2. Compute checked_add(checked_sub(stop,start),1) to check for over-long ranges
  3. Call Range1 constructor, which must check length<0 in case somebody calls the constructor directly

So there are 3 layers of checks, the third of which is redundant when called from colon. We could have a hidden unsafe constructor that elides check (3), for use by colon, but that's kind of a hack and only addresses a small piece.

More broadly, it looks like a mistake to try to use the same type for integer and floating-point ranges. Floats need the start/step/length representation, but to the extent you want to write start:step:stop with integers, you're better off keeping those same three numbers since you get more range.

@ArchRobison
Collaborator

I verified that the auto-vectorizer can vectorize this example, which I believe is equivalent to code after "full inlining" of @JeffBezanson 's changes to Range1.

function saxpy( a, x, y )
    r = 1:length(x)
    s = r.start
    while !(s==(r.start+r.len))
        (i,s) = (s,oftype(Int,s+1))
        @inbounds y[i] = y[i]+a*x[i];
    end
end
@ArchRobison
Collaborator

By the way, it's probably good to limit the shortcut to integer loops, or at least avoid any schemes that rely on floating-point induction variables. Otherwise round-off can cause surprises. Here's a surprise with the current Julia:

a=2.0^53
b=a+2
r = a:b
for i in r        # Performs 3 iterations as expected
    println(i)
end
for i in a:b      # Infinite loop
    println(i)
end
@JeffBezanson

Clearly we need to just remove the special case. That will be a great change.

@JeffBezanson JeffBezanson referenced this pull request from a commit
@JeffBezanson JeffBezanson remove special-case lowering for `for i = a:b` loops (ref #5355)
this fixes some edge-case loops that the special lowering did not
handle correctly.

colon() now checks for overflow in computing the length, which avoids
some buggy Range1s that used to be possible.

this required some changes to make sure Range1 is fast enough:
specialized start, done, next, and a hack to avoid one of the checks and
allow better inlining.

in general performance is about the same, but a few cases are actually
faster, since Range1 is now faster (comprehensions used Range1 instead
of the special-case lowering, for example). also, more loops should be
vectorizable when the appropriate LLVM passes are enabled. all that
plus better correctness and a simpler front-end, and I'm sold.
0860767
@StefanKarpinski

More broadly, it looks like a mistake to try to use the same type for integer and floating-point ranges. Floats need the start/step/length representation, but to the extent you want to write start:step:stop with integers, you're better off keeping those same three numbers since you get more range.

This seems quite sensible. I believe this actually addresses things like ranges of Char, BigInt, and other non-traditional types that you might want ranges of. There was another example recently, which I don't recall.

@ArchRobison
Collaborator

Where in the manual should I document @simd? It's fundamentally about relaxing control flow, so doc/manual/control-flow.rst is a logical place. However, @simd is a bit esoteric and might be a distraction there. It's different than the parallel programming model, so doc/manual/parallel-computing.rst doesn't seem like the right place. Should I give @simd its own section in the manual?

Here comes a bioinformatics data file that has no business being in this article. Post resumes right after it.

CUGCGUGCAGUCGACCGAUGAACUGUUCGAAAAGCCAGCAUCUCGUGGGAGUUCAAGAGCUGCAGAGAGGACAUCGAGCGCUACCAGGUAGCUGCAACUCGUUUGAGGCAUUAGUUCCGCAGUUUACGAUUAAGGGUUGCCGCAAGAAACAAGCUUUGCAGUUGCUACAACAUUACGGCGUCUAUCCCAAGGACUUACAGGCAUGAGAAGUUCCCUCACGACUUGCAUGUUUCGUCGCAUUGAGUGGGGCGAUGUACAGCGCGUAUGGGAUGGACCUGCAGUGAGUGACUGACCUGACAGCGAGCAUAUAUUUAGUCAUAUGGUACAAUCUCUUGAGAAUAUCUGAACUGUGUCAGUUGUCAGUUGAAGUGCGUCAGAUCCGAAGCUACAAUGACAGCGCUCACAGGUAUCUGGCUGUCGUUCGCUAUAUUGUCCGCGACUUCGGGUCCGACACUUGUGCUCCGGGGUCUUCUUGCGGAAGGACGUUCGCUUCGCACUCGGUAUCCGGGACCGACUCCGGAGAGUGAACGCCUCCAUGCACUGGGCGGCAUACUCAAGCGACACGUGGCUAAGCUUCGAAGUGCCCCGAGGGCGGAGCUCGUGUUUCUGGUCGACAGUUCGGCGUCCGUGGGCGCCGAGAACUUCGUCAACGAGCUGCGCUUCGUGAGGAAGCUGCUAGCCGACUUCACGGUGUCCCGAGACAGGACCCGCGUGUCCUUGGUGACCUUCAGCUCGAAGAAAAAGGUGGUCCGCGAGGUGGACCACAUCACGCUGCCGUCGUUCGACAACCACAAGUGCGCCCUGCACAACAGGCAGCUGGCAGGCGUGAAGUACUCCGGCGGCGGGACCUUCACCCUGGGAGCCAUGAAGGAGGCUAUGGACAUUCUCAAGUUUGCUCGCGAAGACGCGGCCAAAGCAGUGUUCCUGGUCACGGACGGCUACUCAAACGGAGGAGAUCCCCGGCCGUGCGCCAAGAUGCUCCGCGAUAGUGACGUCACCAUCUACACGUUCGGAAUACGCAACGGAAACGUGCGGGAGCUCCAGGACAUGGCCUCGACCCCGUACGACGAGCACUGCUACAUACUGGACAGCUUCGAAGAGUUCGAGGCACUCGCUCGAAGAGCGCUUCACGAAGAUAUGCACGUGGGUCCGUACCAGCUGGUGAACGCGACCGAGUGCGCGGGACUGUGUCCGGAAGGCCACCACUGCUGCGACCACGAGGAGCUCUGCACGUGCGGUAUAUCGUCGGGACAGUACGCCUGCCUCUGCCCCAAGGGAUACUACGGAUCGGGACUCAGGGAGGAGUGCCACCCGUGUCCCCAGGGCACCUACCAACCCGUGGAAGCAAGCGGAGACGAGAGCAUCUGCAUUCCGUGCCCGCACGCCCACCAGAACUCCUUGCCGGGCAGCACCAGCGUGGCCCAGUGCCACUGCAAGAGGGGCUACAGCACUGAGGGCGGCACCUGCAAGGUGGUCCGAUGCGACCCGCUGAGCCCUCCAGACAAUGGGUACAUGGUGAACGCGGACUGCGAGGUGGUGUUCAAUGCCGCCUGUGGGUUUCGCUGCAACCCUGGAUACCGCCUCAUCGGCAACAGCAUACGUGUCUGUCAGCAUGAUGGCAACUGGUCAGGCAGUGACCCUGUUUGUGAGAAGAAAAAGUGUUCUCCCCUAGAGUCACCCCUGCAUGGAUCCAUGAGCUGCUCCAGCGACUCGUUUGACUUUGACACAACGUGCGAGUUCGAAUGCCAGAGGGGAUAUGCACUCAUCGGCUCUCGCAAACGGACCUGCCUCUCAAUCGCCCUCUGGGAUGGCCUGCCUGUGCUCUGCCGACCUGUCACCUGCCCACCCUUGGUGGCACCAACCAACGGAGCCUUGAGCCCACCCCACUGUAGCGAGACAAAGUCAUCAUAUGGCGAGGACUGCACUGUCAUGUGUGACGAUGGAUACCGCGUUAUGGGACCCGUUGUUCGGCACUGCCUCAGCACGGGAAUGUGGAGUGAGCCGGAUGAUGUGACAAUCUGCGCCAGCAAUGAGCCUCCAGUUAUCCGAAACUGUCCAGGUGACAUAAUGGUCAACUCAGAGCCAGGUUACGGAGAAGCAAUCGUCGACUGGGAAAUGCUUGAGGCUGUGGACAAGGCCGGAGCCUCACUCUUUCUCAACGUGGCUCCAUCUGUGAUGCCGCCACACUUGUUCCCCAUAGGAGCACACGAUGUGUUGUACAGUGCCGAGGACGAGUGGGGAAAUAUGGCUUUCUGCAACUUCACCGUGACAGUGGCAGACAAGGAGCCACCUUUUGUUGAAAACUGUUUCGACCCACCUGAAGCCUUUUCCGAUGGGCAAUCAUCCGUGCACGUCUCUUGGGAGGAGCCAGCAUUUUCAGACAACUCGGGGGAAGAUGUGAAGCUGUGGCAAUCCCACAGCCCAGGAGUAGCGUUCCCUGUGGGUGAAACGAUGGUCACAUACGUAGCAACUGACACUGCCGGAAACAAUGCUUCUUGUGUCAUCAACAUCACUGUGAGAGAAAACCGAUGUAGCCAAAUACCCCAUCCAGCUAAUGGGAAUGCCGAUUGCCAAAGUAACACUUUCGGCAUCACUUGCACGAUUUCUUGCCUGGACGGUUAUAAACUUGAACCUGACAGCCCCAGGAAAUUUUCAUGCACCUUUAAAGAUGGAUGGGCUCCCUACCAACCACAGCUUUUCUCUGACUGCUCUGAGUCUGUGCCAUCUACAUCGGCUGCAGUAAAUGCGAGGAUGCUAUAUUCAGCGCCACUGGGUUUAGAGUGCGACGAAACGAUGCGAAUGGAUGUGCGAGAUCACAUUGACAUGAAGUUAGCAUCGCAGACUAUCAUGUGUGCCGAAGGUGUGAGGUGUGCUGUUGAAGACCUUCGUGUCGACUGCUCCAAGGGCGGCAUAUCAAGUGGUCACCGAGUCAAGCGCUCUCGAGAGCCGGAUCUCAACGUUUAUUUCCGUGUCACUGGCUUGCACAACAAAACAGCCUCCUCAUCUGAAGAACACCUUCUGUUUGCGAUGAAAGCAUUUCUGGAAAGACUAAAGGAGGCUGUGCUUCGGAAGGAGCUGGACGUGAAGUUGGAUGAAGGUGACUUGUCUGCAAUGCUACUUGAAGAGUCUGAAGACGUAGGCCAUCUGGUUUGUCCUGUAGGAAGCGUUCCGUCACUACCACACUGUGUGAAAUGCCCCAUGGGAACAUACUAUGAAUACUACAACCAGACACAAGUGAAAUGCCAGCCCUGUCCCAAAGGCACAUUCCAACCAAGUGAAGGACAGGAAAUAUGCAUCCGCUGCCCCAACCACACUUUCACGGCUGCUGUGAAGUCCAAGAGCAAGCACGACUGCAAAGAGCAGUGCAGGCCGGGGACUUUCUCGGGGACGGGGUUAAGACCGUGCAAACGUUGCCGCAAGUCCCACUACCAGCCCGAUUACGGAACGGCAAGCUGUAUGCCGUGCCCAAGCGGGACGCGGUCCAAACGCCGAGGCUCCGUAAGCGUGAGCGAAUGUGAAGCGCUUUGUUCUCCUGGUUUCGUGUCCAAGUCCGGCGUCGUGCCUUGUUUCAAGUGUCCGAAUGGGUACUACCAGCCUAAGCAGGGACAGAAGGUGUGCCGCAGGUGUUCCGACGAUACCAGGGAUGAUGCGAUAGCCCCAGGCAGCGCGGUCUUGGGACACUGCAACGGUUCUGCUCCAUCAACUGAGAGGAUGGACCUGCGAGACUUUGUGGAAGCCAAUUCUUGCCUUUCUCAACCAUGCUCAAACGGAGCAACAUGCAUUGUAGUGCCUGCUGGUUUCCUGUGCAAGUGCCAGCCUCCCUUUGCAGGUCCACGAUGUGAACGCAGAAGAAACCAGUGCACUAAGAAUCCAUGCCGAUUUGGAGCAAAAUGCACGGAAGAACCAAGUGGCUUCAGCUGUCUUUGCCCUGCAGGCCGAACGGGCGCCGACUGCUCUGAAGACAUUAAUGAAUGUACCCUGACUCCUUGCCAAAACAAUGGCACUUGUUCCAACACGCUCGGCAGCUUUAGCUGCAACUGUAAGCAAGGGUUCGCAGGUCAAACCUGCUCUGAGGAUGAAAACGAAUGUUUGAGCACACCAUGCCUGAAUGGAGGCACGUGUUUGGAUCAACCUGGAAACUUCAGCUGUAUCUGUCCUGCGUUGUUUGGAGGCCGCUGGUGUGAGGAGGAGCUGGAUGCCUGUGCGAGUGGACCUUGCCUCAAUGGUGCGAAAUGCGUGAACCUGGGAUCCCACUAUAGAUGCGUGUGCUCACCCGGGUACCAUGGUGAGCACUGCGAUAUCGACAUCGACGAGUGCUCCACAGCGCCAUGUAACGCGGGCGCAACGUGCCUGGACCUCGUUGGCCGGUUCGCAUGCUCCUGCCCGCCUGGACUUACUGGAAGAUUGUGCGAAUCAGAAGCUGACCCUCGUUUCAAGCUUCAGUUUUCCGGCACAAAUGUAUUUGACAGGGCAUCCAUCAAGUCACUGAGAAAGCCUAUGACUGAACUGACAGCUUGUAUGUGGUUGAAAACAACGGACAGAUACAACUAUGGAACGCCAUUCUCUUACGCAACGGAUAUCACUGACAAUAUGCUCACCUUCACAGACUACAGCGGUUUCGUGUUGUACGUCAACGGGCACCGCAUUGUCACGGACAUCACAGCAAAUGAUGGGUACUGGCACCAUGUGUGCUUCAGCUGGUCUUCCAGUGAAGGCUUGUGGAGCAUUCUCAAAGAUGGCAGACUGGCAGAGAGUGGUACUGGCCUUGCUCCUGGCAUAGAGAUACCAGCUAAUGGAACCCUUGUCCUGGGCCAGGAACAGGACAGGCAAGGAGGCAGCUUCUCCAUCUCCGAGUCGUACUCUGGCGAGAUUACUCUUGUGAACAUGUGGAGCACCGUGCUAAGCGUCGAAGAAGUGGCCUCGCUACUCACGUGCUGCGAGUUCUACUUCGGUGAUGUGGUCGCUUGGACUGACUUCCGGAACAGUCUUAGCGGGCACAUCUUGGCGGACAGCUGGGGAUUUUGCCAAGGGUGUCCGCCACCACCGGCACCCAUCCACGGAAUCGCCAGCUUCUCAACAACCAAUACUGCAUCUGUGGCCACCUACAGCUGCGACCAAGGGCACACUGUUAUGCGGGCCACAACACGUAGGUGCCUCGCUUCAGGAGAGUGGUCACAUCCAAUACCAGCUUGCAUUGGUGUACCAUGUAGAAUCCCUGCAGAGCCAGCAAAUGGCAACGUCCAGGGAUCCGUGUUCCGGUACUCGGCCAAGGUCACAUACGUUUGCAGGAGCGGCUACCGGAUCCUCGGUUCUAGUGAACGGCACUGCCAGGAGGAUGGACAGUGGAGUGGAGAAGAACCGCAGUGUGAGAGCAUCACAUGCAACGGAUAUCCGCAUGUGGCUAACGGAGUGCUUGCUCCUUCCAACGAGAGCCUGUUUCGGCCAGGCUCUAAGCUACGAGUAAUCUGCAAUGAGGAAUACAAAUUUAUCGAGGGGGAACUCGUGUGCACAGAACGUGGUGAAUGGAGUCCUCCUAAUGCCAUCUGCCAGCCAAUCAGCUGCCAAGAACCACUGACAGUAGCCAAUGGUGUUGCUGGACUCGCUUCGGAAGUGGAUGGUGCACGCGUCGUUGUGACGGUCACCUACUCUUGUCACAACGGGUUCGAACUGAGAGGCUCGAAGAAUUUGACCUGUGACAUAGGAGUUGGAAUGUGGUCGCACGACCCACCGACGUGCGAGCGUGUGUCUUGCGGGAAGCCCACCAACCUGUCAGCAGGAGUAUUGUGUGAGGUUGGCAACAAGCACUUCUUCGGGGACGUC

@ivarne
Collaborator

I would expect to find something like @inbounds and @simd to be in a performance chapter. They are both about making the user do something that ideally would be the compilers job.

How about performance-tips.rst?

@jiahao
Collaborator

I like the idea of a new "performance tweaks" chapter

@simonster
Collaborator

If we're still planning to implement #2299, I suspect we'll need eventually need a whole chapter just for SIMD.

@tknopp
Collaborator

@simonster Hopefully not. The autovectorizer of llvm is pretty good and I have doubts that writing hand-written SIMD code is always faster. I made some experience and writting a simple matrix vector multiplication in C with autovectorization is as fast as the SIMD optimized Eigen routines (was using gcc when I tested this)

@lindahua
Collaborator

I agree that when this lands, #2299 might be less urgent than before. Still, there are plenty of cases where explicit use of SIMD instructions are desired.

Latest advancement in compiler technology makes the compilers more intelligent, and they are now able to detect & vectorize simple loops (e.g. mapping and simple reduction, or sometimes matrix multiplication patterns).

However, they are still not smart enough to automatically vectorize more complex computation: for example, image filtering, small matrix algebra (where an entire matrix can fit in a small number of AVX registers, and one can finish 8x8 matrix multiplication in less than 100 CPU cycles using carefully crafted SIMD massage, as well as transcendental functions, etc.

@lindahua
Collaborator

Here is Intel's example of using AVX for 8x8 matrix multiplication, which can be accomplished in about 100 cycles using AVX:

http://software.intel.com/en-us/articles/benefits-of-intel-avx-for-small-matrices

There are plenty of SIMD tricks, such as broadcasting, shuffling, unpacking, etc. I haven't seen a compiler that is smart enough to turn a C for loop into such codes.

@tknopp
Collaborator